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Chemistry LibreTexts

Solutions 10

  • Page ID
    47386
  • Q10.1

    What is the wavelength associated with a photon of a light with the energy is 3.6x10-19J?

    S10.1

    $$E=h\nu$$

    E is the energy of photon, h is the planck's constant, \(\nu\) is the frequency of the light. Therefore,

    $$\nu=\dfrac{E}{h}=\dfrac{3.6x10^{-19} J}{6.63x10^{-34}m^{2}kg s^{-1}}=5.4 x 10^{14} s^{-1}$$

    $$c=\lambda\nu$$

    c is the speed of light, \(\lambda\) is wavelength.

    $$\lambda=\dfrac{c}{\nu}=\dfrac{3.0x10^{8} m s^{-1}}{5.4 x 10^{14} s^{-1}}=5.6 x 10^{-7} m=560 nm$$

    Q10.2

    Calculate the energy of a photon of a light with the frequency 6.5x10-14 s-1 ?

    S10.2

    $$E=h\nu=(6.63 x 10^{-34} m^{2} kg s^{-1}) x (6.5 x 10^{-14} s^{-1})=4.3 x 10^{-47} J$$

    Q10.3

    Rigel is the brightest star in the constellation Orion and the seventh brightest star in the night sky. Rigel has an emission spectrum that peaks at ~145 nm. What is the surface temperature of Rigel? How does this temperatures compare with our sun (you have to look this up)?

    S10.3

    According to Wien's displacement law, which you can derive from the blackbody radiation formula from the lecture notes (for details about the derivation, refer to wikipedia: https://en.wikipedia.org/wiki/Wien%2...splacement_law), we have:

    $$\lambda_{max}=\dfrac{2.8977729x10^{-3} m K}{T}$$

    \(\lambda_{max}\) stands for the wavelength that corresponds to the maximum/peak of the blackbody emission spectrum at a certain temperature T.

    So,

    $$T=\dfrac{2.8977729x10^{-3} m K}{\lambda_{max}}=\dfrac{2.8977729x10^{-3} m K}{145 x 10 ^{-9} m}=2.0 x 10^{4} K$$

    The temperature of the sun is 5778 K. The temperature of Rigel is about 3.5 times that of the sun.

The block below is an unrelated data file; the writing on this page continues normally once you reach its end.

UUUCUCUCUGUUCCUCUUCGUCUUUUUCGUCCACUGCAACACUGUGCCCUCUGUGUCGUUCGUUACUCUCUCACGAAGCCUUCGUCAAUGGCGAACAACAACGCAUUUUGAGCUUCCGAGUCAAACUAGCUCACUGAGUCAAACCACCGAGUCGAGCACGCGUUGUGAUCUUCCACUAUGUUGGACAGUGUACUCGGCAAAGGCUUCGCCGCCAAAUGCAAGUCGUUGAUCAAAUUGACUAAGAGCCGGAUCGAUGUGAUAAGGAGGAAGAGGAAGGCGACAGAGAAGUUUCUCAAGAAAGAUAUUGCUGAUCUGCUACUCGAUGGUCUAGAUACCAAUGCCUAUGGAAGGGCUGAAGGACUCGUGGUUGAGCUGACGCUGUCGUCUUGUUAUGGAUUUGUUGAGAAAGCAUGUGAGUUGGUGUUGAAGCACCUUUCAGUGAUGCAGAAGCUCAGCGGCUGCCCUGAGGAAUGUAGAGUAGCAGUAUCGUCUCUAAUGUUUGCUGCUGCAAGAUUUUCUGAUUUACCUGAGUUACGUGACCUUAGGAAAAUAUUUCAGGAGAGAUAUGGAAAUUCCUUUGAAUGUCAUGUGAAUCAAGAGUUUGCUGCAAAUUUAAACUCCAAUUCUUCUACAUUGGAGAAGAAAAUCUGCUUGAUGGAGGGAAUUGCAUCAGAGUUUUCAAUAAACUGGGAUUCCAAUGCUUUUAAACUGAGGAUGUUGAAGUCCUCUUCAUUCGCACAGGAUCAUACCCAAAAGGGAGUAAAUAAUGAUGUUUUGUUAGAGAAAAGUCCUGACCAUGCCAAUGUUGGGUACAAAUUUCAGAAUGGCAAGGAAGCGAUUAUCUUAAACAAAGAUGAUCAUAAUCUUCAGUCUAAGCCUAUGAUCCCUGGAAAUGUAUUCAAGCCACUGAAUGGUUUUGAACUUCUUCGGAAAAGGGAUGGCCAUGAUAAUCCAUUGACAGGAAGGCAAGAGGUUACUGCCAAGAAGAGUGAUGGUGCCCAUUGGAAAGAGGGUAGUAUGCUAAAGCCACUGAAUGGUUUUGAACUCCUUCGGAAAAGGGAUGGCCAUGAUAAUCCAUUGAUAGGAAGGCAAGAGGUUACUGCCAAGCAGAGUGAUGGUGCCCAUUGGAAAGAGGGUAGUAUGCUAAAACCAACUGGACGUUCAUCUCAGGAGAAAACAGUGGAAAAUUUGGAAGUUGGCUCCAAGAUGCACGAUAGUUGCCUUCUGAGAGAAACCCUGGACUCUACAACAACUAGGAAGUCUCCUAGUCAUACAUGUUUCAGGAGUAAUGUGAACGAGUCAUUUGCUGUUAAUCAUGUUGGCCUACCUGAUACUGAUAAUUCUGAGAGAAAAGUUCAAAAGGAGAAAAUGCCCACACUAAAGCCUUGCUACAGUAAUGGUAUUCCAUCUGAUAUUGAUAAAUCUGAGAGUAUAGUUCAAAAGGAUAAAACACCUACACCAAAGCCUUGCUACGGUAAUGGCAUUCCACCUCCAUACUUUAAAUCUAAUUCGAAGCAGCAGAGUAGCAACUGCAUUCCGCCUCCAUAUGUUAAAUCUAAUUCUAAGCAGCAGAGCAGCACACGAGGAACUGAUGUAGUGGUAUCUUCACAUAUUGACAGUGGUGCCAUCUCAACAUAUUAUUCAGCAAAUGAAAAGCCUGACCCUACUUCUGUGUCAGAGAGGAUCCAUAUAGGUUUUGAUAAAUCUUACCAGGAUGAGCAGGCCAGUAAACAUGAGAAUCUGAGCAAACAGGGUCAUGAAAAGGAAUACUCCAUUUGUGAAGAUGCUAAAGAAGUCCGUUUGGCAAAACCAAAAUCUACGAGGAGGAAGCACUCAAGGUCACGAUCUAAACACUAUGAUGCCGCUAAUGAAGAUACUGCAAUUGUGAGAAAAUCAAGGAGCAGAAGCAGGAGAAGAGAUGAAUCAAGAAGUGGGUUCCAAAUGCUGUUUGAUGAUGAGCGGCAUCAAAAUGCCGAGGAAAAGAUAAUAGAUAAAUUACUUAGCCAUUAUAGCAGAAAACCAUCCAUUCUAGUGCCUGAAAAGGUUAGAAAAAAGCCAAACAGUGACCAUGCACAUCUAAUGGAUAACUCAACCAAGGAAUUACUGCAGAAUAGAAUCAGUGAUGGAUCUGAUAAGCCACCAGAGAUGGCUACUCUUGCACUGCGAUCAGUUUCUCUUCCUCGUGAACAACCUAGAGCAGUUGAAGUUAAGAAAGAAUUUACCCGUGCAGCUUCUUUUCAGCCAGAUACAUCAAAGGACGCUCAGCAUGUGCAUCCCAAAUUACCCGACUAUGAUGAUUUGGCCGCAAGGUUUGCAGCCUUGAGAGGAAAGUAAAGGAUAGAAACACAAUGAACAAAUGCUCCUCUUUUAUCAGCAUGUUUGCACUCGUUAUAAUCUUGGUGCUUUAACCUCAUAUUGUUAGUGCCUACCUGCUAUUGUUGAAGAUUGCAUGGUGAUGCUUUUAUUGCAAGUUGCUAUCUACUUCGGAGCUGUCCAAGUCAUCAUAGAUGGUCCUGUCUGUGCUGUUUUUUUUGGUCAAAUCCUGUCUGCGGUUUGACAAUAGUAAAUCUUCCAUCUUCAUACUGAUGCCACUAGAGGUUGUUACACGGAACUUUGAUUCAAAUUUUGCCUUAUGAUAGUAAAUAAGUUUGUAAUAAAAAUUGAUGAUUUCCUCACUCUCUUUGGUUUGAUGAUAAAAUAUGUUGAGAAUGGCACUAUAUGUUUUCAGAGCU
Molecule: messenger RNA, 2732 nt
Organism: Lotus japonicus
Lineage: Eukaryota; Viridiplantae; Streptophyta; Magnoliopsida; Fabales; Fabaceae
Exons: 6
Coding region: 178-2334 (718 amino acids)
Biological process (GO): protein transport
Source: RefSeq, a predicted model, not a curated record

Q10.4

    Find the longest-wavelength photon that can eject an electron from potassium, given that the work function is 2.24 eV. Is this visible electromagnetic radiation?

    S10.4

    In photoelectric effect, the maximum kinetic energy of the ejected electron is:

    $$KE_{e}=h\nu-\Phi$$

    \(KE_{e}\) is the maximum kinetic energy of the ejected electron;

    \(h\nu\) is the photon's energy;

    \(\Phi\) is the work function.

    Since \(E=h\nu=\dfrac{hc}{\lambda}\), the longer the wavelenght of the photon, the less energy it has.

    Therefore, the longest wavelength photon that can eject an electron will lead to almost zero kinetic energy for the ejected electron:

    $$0=h\nu-\Phi$$

    $$\Phi=h\nu=\dfrac{hc}{\lambda}$$

    $$\lambda=\dfrac{hc}{\Phi}=\dfrac{(6.63 x 10^{-34} m^2 kg s^{-1}) x (3.0 x 10^8 m s^{-1})}{2.24 eV x \dfrac{1.6 x 10^{-19} J}{1 eV}}=5.55 x 10^{-7} m = 555 nm$$

    Visible E&M radiation is in the range of 400 nm - 700 nm. So this wavelength is in the visible range.

    Q10.5

    A laser with a power output of 2.00 mW at a wavelength of 400 nm is projected onto calcium metal. (a) How many electrons per second are ejected? (b) What power is carried away by the electrons, given that the work function is 2.71 eV?

    S10.5

    (a) The energy for a single photon of 400 nm wavelength is:

    $$E=h\nu=\dfrac{hc}{\lambda}=\dfrac{(6.63 x 10^{-34} m^2 kg s^{-1}) x (3.0 x 10^8 m s^{-1})}{400 x 10^{-9} m}=4.97 x 10^{-19} J$$

    Power output of 2.00 mW means there are 2.00 mJ of energy deposited on the calcium metal per second through absorption of 400 nm photons. 2.00 mJ of energy corresponds to \(\dfrac{2 x 10^{-3} J}{4.97 x 10^{-19} J}=4.02 x 10^{15}\) photons.

    Each photon will eject one electron, therefore, \(4.02x10^{15}\) electrons will be ejected per second.

    (b) The energy that is carried away by each electron is the kinetic energy that it has after being ejected:

    $$KE_{e}=h\nu-\Phi=4.97x10^{-19} J - 2.71 eVx \dfrac{1.60 x 10^{-19} J}{1 eV}=6.34 x 10^{-20} J$$

    The power (\(P_{e}\)) carried away by the electrons is the energy that is carried away by all the ejected electrons per second:

    $$P_{e}=(4.02x10^15 s^{-1}) x (6.34 x 10^{-20} J)=0.255 mW$$

    Q10.6

    What is the longest-wavelength electromagnetic radiation that can eject a photoelectron from silver, given that the work function is 4.73 eV? Is this in the visible range?

    S10.6

    Following the same argument as Q10.4, we have:

    $$\lambda=\dfrac{hc}{\Phi}=\dfrac{(6.63 x 10^{-34} m^2 kg s^{-1}) x (3.0 x 10^8 m s^{-1})}{4.73 eV x \dfrac{1.6 x 10^{-19} J}{1 eV}}=2.62 x 10^{-7} m = 262 nm$$

    Visible E&M radiation is in the range of 400 nm - 700 nm. So this wavelength is not in the visible range.